Magnesol is a dry wash that removes residuals such as sodium and potassium from the fuel. This process itself, however, leaves impurities that must be removed through various membranes and filter media so the resulting product is sparkling. An alternative to a Magnesol wash is ion exchange. Costello says that he doesn’t publicize which dry wash method he advises using, adding that the discovery of what works best over the years is sort of a trade secret. “I will say that using Magnesol, however, creates a landfill issue,” Costello says. “With ion exchange, you don’t have nearly as much waste material.”

Ion exchange media have been relatively one-dimensional in the past, but new products are increasing versatility and allowing producers to comply with stricter quality assurance standards. This is the market sector that brought the monolithic Dow Chemical Co. to the biodiesel industry. Dow said it saw an opportunity to help buffer the volatility of raw materials costs and produce a superior quality fuel. At this year’s National Biodiesel Conference & Expo in Grapevine, Texas, Dow launched its new Ambersep BD19DRY fuel polishing resin that can help producers pass the CSFT. “Ion exchange resins usually don’t address the cold soak filtration, which is why Dexter sells Schroeder’s ColdClear product,” DeMartino says.

Mosali says, however, that certain ion exchange mediums “are not truly multi-feedstock” and do not adapt well to changes in free fatty acid content. “If your feedstock is absolutely uniform and consistent, then ion exchange makes a perfect product,” Mosali says. “Any variation though, and you start to run into problems.” He adds that similar problems have been reported with ColdClear. “Any change in the feedstock and your changing those cartridges like crazy,” Mosali tells Biodiesel Magazine.
While these products may have individual weaknesses, DeMartino says they can be used in conjunction to stage a more versatile polishing process. “What I’ve found to work really well is that you run biodiesel through the Eco2Pure product before it goes through ion exchange,” he says. “This allows for a longer life of the ion exchange beads, which are more expensive and it removes the soaps from the fuel. Because ion exchange resins are acidic, they turn soaps back into free fatty acids.”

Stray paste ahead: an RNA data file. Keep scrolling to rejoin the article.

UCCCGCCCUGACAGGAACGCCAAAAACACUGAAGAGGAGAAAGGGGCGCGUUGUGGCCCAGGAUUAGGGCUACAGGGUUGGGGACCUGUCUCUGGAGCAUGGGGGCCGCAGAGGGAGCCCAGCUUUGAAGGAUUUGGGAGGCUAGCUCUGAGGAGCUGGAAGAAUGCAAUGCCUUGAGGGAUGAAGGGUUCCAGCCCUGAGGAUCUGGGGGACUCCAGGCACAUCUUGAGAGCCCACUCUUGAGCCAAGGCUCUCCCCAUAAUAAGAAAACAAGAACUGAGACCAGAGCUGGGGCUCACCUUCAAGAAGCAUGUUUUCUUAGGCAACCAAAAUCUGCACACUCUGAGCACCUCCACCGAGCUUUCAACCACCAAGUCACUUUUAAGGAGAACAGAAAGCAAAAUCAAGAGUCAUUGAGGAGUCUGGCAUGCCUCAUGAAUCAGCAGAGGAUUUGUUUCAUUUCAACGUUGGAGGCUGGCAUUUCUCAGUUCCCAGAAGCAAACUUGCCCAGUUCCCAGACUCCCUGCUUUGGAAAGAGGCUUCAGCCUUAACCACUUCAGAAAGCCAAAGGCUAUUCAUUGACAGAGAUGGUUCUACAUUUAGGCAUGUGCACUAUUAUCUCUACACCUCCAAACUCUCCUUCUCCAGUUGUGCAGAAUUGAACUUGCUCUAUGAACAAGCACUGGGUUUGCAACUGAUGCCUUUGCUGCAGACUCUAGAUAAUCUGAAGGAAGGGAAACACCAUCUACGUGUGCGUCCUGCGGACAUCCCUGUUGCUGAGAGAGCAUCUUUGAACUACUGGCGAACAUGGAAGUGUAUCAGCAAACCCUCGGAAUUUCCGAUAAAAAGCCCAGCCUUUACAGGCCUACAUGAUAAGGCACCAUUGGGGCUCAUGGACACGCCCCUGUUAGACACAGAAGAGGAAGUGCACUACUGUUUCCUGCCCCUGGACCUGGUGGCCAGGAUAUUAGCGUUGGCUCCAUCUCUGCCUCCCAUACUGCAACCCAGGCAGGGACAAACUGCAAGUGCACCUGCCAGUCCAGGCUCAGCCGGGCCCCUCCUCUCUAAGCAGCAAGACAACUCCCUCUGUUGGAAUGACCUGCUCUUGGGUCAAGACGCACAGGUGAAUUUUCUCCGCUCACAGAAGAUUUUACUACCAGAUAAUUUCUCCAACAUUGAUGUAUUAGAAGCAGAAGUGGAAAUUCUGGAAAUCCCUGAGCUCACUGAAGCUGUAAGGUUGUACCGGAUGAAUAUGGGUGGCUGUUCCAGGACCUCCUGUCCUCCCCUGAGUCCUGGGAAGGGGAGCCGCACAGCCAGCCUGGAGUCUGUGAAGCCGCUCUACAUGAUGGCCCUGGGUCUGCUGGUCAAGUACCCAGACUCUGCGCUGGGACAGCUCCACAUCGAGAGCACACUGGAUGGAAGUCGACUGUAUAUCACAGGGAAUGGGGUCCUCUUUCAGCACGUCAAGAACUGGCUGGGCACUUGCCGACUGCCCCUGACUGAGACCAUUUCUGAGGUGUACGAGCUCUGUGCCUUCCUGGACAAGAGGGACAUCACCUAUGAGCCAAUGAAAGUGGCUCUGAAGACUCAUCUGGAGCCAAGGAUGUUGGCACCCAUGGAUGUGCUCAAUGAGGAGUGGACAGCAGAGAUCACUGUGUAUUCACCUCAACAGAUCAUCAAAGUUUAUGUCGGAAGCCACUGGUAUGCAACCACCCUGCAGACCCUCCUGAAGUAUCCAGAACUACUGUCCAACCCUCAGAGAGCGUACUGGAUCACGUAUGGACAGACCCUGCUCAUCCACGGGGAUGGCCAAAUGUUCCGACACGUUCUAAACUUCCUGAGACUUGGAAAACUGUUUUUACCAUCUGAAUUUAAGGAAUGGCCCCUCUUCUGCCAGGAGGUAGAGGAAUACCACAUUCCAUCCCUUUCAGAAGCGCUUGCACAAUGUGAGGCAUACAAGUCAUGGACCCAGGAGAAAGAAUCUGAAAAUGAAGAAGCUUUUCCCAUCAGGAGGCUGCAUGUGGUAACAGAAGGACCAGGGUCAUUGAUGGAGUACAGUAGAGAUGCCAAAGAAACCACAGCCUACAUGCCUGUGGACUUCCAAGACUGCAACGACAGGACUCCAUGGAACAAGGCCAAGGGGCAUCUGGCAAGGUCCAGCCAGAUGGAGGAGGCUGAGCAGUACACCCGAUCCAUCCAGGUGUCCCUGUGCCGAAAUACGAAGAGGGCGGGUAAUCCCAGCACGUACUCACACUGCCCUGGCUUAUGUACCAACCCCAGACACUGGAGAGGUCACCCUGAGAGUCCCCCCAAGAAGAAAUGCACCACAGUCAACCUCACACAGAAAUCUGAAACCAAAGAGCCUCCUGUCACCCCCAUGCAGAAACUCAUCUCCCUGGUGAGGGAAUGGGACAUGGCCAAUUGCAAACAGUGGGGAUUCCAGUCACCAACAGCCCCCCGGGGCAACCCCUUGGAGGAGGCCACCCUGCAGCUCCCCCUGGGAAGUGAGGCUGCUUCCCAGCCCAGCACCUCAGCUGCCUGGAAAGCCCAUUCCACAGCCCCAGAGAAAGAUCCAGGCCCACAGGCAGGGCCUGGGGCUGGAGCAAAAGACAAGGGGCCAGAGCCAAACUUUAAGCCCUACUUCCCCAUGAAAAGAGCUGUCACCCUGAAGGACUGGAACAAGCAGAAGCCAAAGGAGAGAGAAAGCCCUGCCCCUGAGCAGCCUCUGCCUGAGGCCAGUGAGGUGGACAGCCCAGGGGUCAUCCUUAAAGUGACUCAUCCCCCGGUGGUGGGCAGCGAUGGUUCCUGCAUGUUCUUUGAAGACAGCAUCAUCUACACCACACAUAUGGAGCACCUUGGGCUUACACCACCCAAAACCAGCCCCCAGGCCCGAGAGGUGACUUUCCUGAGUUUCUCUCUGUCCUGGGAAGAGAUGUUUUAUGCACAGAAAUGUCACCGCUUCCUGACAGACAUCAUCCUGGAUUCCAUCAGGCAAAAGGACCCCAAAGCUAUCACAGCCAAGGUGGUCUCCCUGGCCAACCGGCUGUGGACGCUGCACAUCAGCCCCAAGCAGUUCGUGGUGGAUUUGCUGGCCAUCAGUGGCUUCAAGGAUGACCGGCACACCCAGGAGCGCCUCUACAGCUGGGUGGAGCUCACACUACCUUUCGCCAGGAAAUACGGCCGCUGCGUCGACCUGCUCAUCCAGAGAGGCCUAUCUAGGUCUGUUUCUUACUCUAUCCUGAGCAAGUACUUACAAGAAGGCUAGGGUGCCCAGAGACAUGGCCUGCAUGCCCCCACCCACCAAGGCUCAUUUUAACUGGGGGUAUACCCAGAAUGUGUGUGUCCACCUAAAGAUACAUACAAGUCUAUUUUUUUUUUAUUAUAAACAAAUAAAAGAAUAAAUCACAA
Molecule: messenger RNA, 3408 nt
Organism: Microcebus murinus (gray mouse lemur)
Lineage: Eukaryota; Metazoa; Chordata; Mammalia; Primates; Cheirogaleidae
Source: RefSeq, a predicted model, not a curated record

Eco2Pure is a cellulosic material, a mesh of hardwood sawdust, a truly renewable filter medium. “As the unwashed biodiesel enters the Eco2Pure treatment tower, it passes through a fixed bed of Eco2Pure purification media, ensuring the fuel is purified in a single pass removing production residues, fuel contaminants and soaps,” Dexter says. “Flow rates need to be governed accordingly in order to ensure maximum removal of production residues and soap.”

Post-production and Testing

Testing is also a crucial component of polishing practices. Slight variables in the performance of settling tanks or centrifuges used to separate glycerin from the fuel before the filtration and wash stages can increase the level of impurities. More impurities mean greater cost. “If your separation doesn’t occur that well because of a drop in tank temperature, or the centrifuge is not performing consistently, your glycerin levels go up and you’re buying many more filters,” Mosali says. “So you have to continuously test the fuel because the process responds to variables. Centrifuges, for instance, are not consistent equipment—they have a lot of issues all the time. If it leaves more glycerin in the fuel, you’re changing filters all the time.”

Purification of glycerin—the product that results alongside biodiesel after transesterification—might also be a component of plants’ back-end systems, but is associated with a huge capital expense. Nevertheless, the numbers look pretty attractive, considering the price for pharmaceutical-grade glycerin. “It could be as profitable as biodiesel, but you have to be assured of constant production to make it work,” Mosali says, alluding to the lapse of the federal tax credit that has caused many plants to idle their production.

Even after the last filter biodiesel touches before it goes into holding tanks, it is further treated with different additives such as Eastman Chemical’s solution for oxidative stability, BioExtend. Different combinations of these are often used in branding campaigns throughout the industry. Colorado’s Blue Sun Biodiesel focuses on its particular additization package as a sales pitch.

Costello says that the big trend is distillation because it removes all impurities from the biodiesel. Some critics have noted, however, that distillation compromises the oxidative stability of biodiesel and requires the use of costly additive packages previously mentioned. “We think you need an additive package whether you’re distilling the fuel or not,” Costello says. “You do have to be sure that distillation occurs at the appropriate temperature so that oxidative components are not compromised.”

Nicholas Zeman is associate editor of Biodiesel Magazine. Reach him at (701) 738-4972 or nzeman@bbiinternational.com.